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I have been trying to calculate the genera of these knots, but the first step in doing so is to convert them into orientable knots by constructing Seifert surfaces for those knots. I started to do this using the algorithm here https://users.math.yale.edu/~ml859/seifert_talk.pdf but the algorithm is not clear in the case of those 3 knots.

I got stuck (I will upload the pictures I got as long as I know how to do this as they are on my phone right know).

My Questions:

  1. Can anyone mention a more rigorous reference for Constructing Seifert surfaces, knowing that the talk mentioned before refer to Massey "Algebraic topology: an introduction" but I did not find a rigorous algorithm in it.

  2. Can anyone show me the shape of this Seifert surfaces?

Thanks!

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    $\begingroup$ The Seifert circles might be nested, leading to nested disks, so to speak. The genus of the resulting surface is an upper bound for the genus of a knot, and there are some knots where the minimal genus Seifert surface does not arise from Seifert's algorithm for any diagram! $\endgroup$ – Kyle Miller Aug 1 '19 at 18:52
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    $\begingroup$ Some references are Rolfsen's Knots and Links and Lickorish's Introduction to Knot Theory (theorem 2.2). I was also made aware of Prasolov's Intuitive Topology recently, which has some nice pictures. $\endgroup$ – Kyle Miller Aug 1 '19 at 19:34
  • $\begingroup$ @KyleMiller for your last part in your first comment are you speaking about calculating the lower bound of the genus through half the span of the Alexander polynomail? $\endgroup$ – Secretly Aug 4 '19 at 19:47
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    $\begingroup$ No, I'm not speaking about algebraic invariants. The "canonical genus" is the minimal genus of all Seifert surfaces that come from Seifert's algorithm, and this might be bigger than the actual minimal genus of a Seifert surface --- a Seifert surface is any embedded compact oriented surface whose boundary is the knot, not just those that come from Seifert's algorithm. I brought it up to point out that Seifert's algorithm does not compute genus, which is what you said you were trying to do (though it does provide upper bounds). $\endgroup$ – Kyle Miller Aug 4 '19 at 20:42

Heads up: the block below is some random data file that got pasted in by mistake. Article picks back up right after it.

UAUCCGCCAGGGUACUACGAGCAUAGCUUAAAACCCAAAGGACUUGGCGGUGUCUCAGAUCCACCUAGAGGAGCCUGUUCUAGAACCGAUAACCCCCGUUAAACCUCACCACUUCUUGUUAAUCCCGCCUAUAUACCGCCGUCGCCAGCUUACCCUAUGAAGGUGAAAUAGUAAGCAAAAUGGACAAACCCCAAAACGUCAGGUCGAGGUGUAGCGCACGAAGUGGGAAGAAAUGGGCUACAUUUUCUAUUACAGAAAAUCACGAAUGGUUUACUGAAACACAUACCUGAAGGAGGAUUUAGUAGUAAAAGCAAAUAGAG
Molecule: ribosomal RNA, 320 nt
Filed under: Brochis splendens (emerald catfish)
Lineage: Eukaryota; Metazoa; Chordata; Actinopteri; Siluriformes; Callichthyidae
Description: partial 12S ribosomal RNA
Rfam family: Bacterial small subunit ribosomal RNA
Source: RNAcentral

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    $\begingroup$ Yes, an orientable surface, and by "does not compute genus" I meant in particular that the surface you get might not have minimal genus. Smooth 4-genus is the minimal genus of a compact oriented surface that is allowed to be smoothly embedded in $B^4$ rather than $S^3=\partial B^4$. This is also known as smooth slice genus. A (smoothly) slice knot is a knot whose smooth 4-genus is $0$. $\endgroup$ – Kyle Miller Aug 4 '19 at 21:23
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Here's how you can get a Seifert surface using Seifert's algorithm for $6_1$'s usual diagram:

Getting a Seifert surface for 6_1

First you choose an orientation of the knot -- either gives the same result. Then you smooth the crossings in the way that preserves orientations, giving a collection of Seifert circles/circuits (drawn in black). Thinking of the diagram as sitting in a plane, start with an innermost Seifert circle and attach a disk to it underneath the plane. Keep taking an innermost circle that has yet to have a disk attached and continue this process. Then, glue in half-twisted strips at the crossings in the way that follows the knot (drawn in blue).

For $6_1$, there is one disk nested in the other. The resulting Seifert surface has genus $1$, and since by other reasons $6_1$ is non-trivial (for example, this is a reduced alternating diagram so has the minimal crossing number), its Seifert genus must be exactly $1$.

You can isotope the surface to look like the following, which possibly might illustrate the surface a little better:

The Seifert surface in another form

For sake of another example, here is $6_2$:

Constructing a Seifert surface for 6_2

How do we calculate genus? The genus of a connected surface with exactly one boundary component satisfies the following formula, where $d$ is the number of Seifert circuit disks and $c$ is the number of crossing bands: $d-c+1=2-2g$, hence $g=(1-d+c)/2$. In this example, we get a Seifert surface with genus $(1-3+6)/2=2$. According to KnotInfo, this is the genus of $6_2$, but a priori we only know that $2$ is an upper bound for the genus.

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  • $\begingroup$ Does the orientation of the half twisted strips matters? Because the above mentioned algorithm did not mention anything about that. $\endgroup$ – Emptymind Aug 5 '19 at 9:06
  • $\begingroup$ @Intuition Yes, the orientations matter (if you did the wrong orientation, you would get a Seifert surface of a crossing-changed version of the knot). $\endgroup$ – Kyle Miller Aug 5 '19 at 16:39

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